But when she arrived in New York from her home state of Ohio in 1868, 30-year-old Victoria Claflin Woodhull was a century ahead of her time: an advocate of suffrage, socialism, and sexual freedom.

First, she was a Wall Street trailblazer. In a stock market–obsessed post–Civil War city, she and her sister opened the first female-owned brokerage house. Newspapers had a field day, dubbing the two the “Bewitching Brokers.”

Victoriawoodhullbewitchingbrokers2

The sisters did have some help. Railroad tycoon Cornelius Vanderbilt gave them an assist; when they first came to New York, they worked for the doctor-distrusting Vanderbilt as his “medical clairvoyants.”

VictoriawoodhulladThey also launched a newspaper, Woodhull and Claflin’s Weekly, which ran the first English translation of Karl Marx’s Communist Manifesto.

Perhaps her most audacious move was her run for president in 1872 on the ticket of the Equal Rights Party, which she organized. Her platform sounds more 1972 than 1872.

Victoriawoodhullvoting

“She campaigned on a platform of women’s suffrage, regulation of monopolies, nationalization of railroads, an eight-hour workday, direct taxation, abolition of the death penalty and welfare for the poor, among other things,” explains the History Channel.

Henrywardbeecher2Woodhull’s presidential aspirations obviously didn’t pan out (above, attempting to vote, Election Day 1872). Her support for free love was just too much.

“Yes, I am a free lover,” she addressed her critics at a Boston campaign stop.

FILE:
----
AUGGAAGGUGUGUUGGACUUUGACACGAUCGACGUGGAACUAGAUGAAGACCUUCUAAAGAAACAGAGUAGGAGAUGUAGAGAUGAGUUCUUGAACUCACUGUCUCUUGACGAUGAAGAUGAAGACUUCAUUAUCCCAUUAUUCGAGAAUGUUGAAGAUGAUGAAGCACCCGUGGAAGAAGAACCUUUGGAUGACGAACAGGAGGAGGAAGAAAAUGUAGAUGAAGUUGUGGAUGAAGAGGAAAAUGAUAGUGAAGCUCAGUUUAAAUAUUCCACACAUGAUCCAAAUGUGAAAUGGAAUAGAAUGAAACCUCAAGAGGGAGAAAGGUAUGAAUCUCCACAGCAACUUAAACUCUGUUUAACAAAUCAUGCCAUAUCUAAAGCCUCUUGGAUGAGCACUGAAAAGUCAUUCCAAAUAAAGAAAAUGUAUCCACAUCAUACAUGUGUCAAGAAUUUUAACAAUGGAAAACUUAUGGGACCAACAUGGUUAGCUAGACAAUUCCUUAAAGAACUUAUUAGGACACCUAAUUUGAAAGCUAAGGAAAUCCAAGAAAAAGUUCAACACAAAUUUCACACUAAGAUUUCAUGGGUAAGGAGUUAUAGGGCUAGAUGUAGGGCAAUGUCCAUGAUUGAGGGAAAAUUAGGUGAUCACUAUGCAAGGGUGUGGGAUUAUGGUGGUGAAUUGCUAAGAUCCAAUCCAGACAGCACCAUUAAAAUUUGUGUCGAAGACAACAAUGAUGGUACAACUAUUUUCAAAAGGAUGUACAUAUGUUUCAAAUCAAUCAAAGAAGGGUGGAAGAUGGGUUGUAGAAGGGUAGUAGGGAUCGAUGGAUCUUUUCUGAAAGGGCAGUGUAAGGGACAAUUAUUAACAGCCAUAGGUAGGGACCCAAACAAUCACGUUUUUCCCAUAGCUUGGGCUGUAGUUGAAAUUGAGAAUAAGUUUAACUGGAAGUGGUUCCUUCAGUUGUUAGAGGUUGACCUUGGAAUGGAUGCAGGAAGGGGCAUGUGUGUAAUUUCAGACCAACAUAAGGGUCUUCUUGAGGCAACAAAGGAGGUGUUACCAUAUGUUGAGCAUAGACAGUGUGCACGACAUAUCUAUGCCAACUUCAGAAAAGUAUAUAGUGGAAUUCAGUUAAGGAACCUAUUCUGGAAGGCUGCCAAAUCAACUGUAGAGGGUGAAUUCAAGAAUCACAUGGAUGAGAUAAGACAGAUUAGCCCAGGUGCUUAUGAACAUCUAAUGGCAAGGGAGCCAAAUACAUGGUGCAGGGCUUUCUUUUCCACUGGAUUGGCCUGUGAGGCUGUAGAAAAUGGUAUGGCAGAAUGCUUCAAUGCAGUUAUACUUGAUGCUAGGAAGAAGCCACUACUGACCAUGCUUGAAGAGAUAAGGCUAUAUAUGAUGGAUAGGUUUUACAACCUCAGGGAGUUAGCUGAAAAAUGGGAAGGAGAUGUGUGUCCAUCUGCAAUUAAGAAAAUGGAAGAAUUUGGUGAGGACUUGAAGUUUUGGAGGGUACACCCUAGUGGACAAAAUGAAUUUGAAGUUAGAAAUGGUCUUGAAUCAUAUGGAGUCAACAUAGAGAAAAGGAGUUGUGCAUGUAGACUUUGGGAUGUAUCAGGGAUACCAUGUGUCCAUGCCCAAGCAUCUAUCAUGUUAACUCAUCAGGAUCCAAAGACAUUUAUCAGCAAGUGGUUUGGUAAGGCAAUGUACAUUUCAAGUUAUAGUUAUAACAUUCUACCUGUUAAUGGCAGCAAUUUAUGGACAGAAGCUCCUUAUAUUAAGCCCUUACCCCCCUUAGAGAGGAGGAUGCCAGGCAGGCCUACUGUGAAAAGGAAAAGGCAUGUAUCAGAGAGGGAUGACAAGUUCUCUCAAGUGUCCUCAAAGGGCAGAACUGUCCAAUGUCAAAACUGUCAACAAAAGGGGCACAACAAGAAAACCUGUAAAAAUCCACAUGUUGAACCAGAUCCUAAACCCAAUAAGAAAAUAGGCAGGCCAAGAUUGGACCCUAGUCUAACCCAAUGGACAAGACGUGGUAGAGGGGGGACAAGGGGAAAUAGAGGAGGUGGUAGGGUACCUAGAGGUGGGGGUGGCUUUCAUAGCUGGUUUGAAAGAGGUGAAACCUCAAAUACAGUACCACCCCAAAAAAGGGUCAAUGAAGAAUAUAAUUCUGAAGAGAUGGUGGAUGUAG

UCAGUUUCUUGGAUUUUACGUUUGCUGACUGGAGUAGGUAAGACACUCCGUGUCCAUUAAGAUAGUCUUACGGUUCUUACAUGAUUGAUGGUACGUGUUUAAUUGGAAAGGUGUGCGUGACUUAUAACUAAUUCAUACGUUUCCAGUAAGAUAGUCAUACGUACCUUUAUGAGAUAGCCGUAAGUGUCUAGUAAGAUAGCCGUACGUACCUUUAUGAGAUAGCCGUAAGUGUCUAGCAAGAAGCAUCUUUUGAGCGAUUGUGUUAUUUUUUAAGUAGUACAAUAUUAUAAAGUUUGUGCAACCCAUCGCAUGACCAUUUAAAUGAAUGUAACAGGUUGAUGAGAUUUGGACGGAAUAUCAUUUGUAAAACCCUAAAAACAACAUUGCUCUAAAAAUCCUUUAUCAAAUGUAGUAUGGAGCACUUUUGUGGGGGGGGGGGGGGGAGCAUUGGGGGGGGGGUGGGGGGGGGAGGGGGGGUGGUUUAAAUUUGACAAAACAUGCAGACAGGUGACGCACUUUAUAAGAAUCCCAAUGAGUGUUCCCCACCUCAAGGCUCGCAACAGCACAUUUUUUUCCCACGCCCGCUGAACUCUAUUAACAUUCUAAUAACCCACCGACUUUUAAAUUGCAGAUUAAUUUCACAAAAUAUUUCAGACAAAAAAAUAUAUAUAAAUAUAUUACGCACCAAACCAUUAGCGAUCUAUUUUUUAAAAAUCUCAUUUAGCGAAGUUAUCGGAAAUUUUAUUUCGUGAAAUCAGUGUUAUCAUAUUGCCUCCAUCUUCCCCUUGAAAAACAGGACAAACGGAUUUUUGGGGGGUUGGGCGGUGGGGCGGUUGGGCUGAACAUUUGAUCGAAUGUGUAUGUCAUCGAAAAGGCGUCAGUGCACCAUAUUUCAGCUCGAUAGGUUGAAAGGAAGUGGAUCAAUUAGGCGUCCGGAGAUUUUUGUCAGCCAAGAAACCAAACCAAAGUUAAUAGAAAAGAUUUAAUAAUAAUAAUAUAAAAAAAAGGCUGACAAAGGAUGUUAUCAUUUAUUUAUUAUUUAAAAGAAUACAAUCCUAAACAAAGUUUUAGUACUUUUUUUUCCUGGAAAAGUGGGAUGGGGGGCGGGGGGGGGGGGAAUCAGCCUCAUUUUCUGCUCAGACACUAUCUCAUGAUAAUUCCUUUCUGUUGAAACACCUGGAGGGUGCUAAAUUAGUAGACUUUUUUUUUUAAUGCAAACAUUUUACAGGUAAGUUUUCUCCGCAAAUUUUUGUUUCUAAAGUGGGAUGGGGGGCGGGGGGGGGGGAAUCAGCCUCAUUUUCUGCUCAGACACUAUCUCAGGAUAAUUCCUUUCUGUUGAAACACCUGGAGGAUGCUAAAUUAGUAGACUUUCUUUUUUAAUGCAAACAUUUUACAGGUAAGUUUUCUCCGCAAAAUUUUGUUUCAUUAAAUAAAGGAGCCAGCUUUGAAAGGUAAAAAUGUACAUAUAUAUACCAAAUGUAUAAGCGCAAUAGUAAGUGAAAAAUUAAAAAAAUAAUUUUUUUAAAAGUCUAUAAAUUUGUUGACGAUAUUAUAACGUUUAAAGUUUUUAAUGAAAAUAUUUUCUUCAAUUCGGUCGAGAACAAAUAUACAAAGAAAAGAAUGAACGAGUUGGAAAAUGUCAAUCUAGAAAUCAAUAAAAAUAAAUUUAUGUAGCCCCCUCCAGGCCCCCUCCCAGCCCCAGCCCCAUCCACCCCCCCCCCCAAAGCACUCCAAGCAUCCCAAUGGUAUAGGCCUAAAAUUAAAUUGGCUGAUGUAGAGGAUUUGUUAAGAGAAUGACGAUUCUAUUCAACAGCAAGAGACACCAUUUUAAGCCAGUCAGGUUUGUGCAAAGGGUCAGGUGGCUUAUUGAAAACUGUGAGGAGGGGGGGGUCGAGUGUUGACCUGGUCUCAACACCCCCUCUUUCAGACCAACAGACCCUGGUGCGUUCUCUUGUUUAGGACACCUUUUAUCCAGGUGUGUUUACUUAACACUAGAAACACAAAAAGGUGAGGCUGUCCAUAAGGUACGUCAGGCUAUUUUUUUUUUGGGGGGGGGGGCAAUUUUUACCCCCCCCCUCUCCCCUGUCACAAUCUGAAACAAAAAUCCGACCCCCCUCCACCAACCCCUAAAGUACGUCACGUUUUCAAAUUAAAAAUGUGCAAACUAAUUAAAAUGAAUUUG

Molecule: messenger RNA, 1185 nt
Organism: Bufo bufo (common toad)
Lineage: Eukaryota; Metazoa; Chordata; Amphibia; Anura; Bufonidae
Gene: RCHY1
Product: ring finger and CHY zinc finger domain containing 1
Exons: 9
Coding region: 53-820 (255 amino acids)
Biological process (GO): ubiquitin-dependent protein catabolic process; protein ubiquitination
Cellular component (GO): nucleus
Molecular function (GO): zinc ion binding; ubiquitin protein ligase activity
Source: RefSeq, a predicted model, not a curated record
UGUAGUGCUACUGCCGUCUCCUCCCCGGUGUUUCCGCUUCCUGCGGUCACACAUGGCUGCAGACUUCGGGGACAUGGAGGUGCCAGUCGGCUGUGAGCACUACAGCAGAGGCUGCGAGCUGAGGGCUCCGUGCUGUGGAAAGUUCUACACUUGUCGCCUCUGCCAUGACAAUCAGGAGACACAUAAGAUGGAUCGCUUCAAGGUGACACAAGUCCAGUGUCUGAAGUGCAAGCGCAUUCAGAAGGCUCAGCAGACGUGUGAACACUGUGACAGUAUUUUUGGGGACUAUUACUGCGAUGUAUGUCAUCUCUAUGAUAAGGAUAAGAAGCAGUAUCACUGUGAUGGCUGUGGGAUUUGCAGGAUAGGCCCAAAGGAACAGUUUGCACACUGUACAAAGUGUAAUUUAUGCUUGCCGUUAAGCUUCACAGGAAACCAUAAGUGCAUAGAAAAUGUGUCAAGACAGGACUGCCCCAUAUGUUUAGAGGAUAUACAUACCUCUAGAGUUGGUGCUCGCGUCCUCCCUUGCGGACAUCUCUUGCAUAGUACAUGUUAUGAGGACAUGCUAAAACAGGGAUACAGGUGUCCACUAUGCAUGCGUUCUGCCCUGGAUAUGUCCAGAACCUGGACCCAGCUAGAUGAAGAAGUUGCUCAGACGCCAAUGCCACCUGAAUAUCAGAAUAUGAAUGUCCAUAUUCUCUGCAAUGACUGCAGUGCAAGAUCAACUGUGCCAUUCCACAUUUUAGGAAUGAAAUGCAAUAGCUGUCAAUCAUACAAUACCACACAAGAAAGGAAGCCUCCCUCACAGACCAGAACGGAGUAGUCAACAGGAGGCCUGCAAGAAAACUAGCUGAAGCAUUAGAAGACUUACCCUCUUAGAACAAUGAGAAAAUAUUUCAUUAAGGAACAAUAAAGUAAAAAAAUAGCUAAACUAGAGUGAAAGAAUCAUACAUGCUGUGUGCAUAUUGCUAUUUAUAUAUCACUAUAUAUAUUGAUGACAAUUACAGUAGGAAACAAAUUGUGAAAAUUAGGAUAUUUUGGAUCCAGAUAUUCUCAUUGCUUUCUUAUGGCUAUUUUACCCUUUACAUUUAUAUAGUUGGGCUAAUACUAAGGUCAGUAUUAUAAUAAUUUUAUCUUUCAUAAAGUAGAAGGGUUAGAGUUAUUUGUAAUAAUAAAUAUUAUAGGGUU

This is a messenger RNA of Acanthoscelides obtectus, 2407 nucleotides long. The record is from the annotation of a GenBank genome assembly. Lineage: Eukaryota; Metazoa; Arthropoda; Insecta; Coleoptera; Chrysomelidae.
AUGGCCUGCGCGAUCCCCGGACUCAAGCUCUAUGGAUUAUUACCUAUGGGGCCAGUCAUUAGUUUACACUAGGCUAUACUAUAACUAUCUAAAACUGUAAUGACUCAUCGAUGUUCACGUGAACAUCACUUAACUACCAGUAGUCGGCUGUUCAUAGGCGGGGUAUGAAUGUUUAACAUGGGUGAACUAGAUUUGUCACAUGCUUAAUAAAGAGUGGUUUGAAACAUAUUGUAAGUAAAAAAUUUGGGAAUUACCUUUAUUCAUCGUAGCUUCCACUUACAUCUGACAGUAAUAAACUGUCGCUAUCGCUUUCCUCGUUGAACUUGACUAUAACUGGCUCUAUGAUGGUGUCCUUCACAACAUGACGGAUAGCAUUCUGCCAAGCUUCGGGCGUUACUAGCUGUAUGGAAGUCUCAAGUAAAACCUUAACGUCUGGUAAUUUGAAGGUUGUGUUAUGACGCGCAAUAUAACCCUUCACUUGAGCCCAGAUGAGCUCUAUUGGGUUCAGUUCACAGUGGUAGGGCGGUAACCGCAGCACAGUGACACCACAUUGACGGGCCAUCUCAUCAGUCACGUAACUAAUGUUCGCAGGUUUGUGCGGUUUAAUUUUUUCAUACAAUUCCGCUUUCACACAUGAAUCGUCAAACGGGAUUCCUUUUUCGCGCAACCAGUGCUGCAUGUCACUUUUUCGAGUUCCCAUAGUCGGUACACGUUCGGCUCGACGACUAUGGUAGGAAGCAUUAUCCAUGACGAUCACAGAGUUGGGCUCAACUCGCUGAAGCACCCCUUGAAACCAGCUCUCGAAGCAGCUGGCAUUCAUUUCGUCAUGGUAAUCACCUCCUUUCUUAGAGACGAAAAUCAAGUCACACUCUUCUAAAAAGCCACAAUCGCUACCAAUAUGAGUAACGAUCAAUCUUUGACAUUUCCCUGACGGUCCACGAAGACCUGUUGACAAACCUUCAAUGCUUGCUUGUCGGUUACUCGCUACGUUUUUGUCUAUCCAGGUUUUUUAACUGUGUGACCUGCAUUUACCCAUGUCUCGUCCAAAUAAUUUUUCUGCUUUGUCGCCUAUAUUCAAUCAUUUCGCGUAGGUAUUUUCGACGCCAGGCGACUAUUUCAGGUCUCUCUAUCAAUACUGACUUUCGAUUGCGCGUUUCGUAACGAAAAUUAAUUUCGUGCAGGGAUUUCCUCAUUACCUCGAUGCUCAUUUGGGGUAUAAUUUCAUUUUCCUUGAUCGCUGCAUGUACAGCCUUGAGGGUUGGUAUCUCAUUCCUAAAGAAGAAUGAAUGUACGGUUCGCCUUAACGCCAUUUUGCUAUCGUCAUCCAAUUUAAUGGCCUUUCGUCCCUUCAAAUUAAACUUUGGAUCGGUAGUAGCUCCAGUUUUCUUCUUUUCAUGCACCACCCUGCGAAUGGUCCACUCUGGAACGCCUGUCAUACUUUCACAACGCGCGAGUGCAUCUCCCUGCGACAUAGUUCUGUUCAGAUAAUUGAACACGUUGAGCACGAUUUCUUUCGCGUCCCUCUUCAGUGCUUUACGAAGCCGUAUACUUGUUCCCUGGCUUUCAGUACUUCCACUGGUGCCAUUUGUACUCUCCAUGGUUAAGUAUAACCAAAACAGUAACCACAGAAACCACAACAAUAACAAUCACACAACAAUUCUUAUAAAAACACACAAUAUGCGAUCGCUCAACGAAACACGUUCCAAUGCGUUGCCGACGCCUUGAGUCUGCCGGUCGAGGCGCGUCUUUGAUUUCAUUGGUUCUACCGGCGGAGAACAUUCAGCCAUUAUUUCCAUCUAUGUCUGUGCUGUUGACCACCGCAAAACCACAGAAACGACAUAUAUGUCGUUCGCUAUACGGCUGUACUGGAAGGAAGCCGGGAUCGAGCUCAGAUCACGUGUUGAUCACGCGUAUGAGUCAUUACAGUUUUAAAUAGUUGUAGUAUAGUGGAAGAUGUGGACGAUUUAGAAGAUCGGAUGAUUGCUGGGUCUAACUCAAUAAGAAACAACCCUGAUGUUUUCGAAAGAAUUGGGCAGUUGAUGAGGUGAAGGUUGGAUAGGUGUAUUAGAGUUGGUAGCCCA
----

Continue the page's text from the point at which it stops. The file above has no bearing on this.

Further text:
“I have an inalienable, constitutional, and natural right to love whom I may, to love for as long or as short a period as I can; to exchange that love every day if I please…. and with that right neither you nor any law you can frame has any right to interfere….”

She also ran into trouble when she outed popular Brooklyn preacher and national abolitionist leader Henry Ward Beecher (above) as an adulterer. Beecher was one of her fiercest critics, and arguably a hypocrite. But her move backfired.

American Feminist Reformer Victoria Claflin Woodhull“Instead of being shocked by the revelations, the press rushed to Beecher’s defense while U.S. Marshalls arrested Woodhull for transmitting pornographic materials through the mail (one of the articles used the word “virginity”), states one source.

“As America voted in 1872, its first female candidate sat confined in the Ludlow Street Jail.” Well, American men, anyway.

By 1877, Woodhull and her sister moved to England. There she married for a third time and continued to support suffrage and women’s equality. She died in 1927, seven years after American women went to the presidential polls for the first time.

The lost dinosaurs buried under Central Park

September 22, 2014

Mastodon bones and other fossilized creatures have turned up occasionally in New York City. But dinosaurs? Here’s the story.

In 1854, British artist Benjamin Waterhouse Hawkins built giant models of dinosaurs, which were displayed at the Crystal Palace.

Hawkinsstudiocentralpark

Hawkins didn’t exactly know what dinosaurs looked like, but he based his models on the limited fossils available at the time.

CrystalpalacehadrosaurusHis models must have been impressive, as his show was a great success, thrilling audiences in England.